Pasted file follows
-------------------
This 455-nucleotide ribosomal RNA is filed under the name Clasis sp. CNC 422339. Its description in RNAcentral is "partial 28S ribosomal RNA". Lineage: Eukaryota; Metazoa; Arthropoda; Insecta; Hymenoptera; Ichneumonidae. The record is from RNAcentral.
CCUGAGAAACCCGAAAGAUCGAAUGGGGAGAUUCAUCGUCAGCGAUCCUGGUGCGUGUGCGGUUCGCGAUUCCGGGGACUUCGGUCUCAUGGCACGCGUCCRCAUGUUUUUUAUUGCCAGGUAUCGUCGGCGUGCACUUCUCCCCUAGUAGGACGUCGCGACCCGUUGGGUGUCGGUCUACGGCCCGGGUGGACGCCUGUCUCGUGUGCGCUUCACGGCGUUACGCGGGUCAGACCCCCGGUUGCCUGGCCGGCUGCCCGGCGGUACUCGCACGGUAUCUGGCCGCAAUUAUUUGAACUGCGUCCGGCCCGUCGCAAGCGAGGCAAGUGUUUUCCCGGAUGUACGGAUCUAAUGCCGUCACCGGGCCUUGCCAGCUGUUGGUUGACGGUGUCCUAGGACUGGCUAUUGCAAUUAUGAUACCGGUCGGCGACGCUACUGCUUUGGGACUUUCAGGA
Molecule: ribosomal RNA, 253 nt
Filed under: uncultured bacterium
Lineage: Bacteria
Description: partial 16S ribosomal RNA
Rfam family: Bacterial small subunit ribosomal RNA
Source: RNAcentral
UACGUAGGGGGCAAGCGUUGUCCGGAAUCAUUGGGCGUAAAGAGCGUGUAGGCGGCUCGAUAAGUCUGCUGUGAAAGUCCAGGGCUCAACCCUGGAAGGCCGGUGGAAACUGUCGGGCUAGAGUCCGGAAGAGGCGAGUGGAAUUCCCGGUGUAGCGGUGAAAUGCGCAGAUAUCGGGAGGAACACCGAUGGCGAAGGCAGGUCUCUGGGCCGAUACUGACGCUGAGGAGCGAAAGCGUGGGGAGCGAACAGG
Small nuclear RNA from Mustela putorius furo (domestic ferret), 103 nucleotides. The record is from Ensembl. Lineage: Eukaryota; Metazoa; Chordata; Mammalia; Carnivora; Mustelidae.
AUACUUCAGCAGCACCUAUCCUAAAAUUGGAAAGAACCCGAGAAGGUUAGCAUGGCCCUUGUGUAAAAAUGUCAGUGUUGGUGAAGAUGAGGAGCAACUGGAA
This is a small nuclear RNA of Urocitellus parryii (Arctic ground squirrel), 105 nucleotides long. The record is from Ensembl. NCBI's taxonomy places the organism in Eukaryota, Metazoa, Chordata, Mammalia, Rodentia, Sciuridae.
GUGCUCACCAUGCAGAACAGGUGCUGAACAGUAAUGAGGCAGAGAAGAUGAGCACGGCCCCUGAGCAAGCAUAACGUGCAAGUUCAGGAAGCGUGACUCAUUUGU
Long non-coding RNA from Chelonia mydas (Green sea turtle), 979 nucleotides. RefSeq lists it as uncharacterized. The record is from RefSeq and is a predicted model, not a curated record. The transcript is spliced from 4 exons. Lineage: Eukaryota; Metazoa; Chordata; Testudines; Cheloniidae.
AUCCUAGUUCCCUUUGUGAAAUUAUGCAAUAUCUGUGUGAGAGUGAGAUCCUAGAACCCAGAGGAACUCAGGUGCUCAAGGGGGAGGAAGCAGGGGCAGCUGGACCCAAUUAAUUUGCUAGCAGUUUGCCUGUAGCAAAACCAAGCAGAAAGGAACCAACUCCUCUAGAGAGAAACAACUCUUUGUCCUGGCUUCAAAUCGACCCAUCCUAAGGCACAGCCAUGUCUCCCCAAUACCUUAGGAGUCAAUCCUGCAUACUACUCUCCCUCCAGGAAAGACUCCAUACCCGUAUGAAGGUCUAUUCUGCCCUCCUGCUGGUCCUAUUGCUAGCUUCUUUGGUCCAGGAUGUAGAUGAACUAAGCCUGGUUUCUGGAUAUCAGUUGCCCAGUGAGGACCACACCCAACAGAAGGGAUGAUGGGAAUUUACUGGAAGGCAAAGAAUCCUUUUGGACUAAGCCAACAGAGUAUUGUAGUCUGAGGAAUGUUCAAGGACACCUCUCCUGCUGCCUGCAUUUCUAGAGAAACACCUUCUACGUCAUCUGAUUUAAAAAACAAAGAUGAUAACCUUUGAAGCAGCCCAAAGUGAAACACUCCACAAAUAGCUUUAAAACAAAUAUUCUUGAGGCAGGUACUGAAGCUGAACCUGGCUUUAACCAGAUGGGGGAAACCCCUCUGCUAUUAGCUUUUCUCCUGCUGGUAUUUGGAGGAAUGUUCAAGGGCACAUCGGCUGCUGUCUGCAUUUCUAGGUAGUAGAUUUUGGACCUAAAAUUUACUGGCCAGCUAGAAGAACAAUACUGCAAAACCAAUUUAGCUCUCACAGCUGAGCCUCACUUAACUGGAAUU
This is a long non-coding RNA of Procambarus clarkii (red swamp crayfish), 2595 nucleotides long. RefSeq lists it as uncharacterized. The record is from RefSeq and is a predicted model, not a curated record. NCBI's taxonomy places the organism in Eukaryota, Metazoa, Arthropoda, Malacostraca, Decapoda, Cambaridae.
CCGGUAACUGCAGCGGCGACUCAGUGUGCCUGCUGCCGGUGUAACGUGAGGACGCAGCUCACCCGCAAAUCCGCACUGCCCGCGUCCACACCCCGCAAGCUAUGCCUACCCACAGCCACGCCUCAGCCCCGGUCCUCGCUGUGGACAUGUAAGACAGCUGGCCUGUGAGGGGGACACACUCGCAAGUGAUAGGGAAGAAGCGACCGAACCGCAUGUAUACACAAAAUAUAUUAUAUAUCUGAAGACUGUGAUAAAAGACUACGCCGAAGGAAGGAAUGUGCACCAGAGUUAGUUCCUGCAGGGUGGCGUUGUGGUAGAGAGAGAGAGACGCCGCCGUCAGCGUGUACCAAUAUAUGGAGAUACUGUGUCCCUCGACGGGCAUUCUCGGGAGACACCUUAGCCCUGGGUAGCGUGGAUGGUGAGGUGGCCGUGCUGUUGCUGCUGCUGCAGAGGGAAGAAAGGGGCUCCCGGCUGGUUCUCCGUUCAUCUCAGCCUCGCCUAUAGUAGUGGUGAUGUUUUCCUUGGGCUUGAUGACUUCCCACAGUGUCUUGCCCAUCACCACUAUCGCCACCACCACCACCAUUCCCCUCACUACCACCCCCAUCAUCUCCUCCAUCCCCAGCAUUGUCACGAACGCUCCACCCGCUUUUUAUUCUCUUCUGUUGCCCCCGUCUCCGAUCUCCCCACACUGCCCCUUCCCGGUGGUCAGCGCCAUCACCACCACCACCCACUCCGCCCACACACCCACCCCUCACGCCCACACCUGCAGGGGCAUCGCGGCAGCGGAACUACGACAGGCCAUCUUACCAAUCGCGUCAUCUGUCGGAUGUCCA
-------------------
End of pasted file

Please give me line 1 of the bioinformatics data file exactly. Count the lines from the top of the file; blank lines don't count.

This 455-nucleotide ribosomal RNA is filed under the name Clasis sp. CNC 422339. Its description in RNAcentral is "partial 28S ribosomal RNA". Lineage: Eukaryota; Metazoa; Arthropoda; Insecta; Hymenoptera; Ichneumonidae. The record is from RNAcentral.